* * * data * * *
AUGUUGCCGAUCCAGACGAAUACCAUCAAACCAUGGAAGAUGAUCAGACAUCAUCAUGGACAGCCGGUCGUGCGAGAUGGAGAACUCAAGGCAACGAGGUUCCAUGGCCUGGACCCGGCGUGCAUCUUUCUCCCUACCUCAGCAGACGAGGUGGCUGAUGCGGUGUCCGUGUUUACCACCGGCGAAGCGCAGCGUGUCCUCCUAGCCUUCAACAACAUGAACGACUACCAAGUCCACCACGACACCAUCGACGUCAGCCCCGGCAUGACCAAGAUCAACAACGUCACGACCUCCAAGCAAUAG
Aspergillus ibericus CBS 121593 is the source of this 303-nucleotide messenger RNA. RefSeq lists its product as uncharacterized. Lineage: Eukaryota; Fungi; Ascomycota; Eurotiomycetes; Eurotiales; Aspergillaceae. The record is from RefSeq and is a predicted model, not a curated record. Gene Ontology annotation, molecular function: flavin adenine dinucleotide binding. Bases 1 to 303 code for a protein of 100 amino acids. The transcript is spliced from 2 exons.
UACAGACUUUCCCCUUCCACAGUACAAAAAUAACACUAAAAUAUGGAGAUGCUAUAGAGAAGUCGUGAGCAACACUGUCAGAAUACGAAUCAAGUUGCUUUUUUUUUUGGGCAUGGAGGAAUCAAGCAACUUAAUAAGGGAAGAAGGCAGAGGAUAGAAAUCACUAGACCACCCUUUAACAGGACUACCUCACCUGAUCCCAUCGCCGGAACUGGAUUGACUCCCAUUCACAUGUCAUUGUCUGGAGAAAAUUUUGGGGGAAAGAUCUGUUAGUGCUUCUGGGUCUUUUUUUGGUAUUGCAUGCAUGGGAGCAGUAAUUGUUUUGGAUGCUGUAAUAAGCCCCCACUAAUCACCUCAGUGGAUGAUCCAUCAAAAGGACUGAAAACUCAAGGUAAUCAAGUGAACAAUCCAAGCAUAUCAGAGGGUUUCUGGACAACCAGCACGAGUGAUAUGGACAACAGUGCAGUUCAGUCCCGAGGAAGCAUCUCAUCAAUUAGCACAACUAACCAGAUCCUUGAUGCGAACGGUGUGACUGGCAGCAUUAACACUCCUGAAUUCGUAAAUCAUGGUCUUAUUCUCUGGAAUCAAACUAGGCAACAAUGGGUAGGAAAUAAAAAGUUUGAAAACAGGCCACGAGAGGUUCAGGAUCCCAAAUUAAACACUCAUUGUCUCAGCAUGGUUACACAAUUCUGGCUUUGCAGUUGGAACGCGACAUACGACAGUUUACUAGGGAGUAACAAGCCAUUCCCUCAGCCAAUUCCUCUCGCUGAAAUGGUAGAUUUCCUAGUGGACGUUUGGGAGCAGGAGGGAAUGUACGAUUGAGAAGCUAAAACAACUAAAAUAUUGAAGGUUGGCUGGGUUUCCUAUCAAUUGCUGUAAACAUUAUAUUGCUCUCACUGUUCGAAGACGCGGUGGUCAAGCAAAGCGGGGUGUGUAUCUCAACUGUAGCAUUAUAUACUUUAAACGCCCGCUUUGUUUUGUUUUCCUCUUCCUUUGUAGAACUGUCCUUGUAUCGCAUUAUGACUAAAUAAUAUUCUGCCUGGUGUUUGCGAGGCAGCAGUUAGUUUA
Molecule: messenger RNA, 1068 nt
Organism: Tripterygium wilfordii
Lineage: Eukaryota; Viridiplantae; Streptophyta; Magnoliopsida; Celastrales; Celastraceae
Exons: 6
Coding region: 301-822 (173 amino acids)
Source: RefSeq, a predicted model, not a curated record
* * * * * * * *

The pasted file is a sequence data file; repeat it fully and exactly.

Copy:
AUGUUGCCGAUCCAGACGAAUACCAUCAAACCAUGGAAGAUGAUCAGACAUCAUCAUGGACAGCCGGUCGUGCGAGAUGGAGAACUCAAGGCAACGAGGUUCCAUGGCCUGGACCCGGCGUGCAUCUUUCUCCCUACCUCAGCAGACGAGGUGGCUGAUGCGGUGUCCGUGUUUACCACCGGCGAAGCGCAGCGUGUCCUCCUAGCCUUCAACAACAUGAACGACUACCAAGUCCACCACGACACCAUCGACGUCAGCCCCGGCAUGACCAAGAUCAACAACGUCACGACCUCCAAGCAAUAG
Aspergillus ibericus CBS 121593 is the source of this 303-nucleotide messenger RNA. RefSeq lists its product as uncharacterized. Lineage: Eukaryota; Fungi; Ascomycota; Eurotiomycetes; Eurotiales; Aspergillaceae. The record is from RefSeq and is a predicted model, not a curated record. Gene Ontology annotation, molecular function: flavin adenine dinucleotide binding. Bases 1 to 303 code for a protein of 100 amino acids. The transcript is spliced from 2 exons.
UACAGACUUUCCCCUUCCACAGUACAAAAAUAACACUAAAAUAUGGAGAUGCUAUAGAGAAGUCGUGAGCAACACUGUCAGAAUACGAAUCAAGUUGCUUUUUUUUUUGGGCAUGGAGGAAUCAAGCAACUUAAUAAGGGAAGAAGGCAGAGGAUAGAAAUCACUAGACCACCCUUUAACAGGACUACCUCACCUGAUCCCAUCGCCGGAACUGGAUUGACUCCCAUUCACAUGUCAUUGUCUGGAGAAAAUUUUGGGGGAAAGAUCUGUUAGUGCUUCUGGGUCUUUUUUUGGUAUUGCAUGCAUGGGAGCAGUAAUUGUUUUGGAUGCUGUAAUAAGCCCCCACUAAUCACCUCAGUGGAUGAUCCAUCAAAAGGACUGAAAACUCAAGGUAAUCAAGUGAACAAUCCAAGCAUAUCAGAGGGUUUCUGGACAACCAGCACGAGUGAUAUGGACAACAGUGCAGUUCAGUCCCGAGGAAGCAUCUCAUCAAUUAGCACAACUAACCAGAUCCUUGAUGCGAACGGUGUGACUGGCAGCAUUAACACUCCUGAAUUCGUAAAUCAUGGUCUUAUUCUCUGGAAUCAAACUAGGCAACAAUGGGUAGGAAAUAAAAAGUUUGAAAACAGGCCACGAGAGGUUCAGGAUCCCAAAUUAAACACUCAUUGUCUCAGCAUGGUUACACAAUUCUGGCUUUGCAGUUGGAACGCGACAUACGACAGUUUACUAGGGAGUAACAAGCCAUUCCCUCAGCCAAUUCCUCUCGCUGAAAUGGUAGAUUUCCUAGUGGACGUUUGGGAGCAGGAGGGAAUGUACGAUUGAGAAGCUAAAACAACUAAAAUAUUGAAGGUUGGCUGGGUUUCCUAUCAAUUGCUGUAAACAUUAUAUUGCUCUCACUGUUCGAAGACGCGGUGGUCAAGCAAAGCGGGGUGUGUAUCUCAACUGUAGCAUUAUAUACUUUAAACGCCCGCUUUGUUUUGUUUUCCUCUUCCUUUGUAGAACUGUCCUUGUAUCGCAUUAUGACUAAAUAAUAUUCUGCCUGGUGUUUGCGAGGCAGCAGUUAGUUUA
Molecule: messenger RNA, 1068 nt
Organism: Tripterygium wilfordii
Lineage: Eukaryota; Viridiplantae; Streptophyta; Magnoliopsida; Celastrales; Celastraceae
Exons: 6
Coding region: 301-822 (173 amino acids)
Source: RefSeq, a predicted model, not a curated record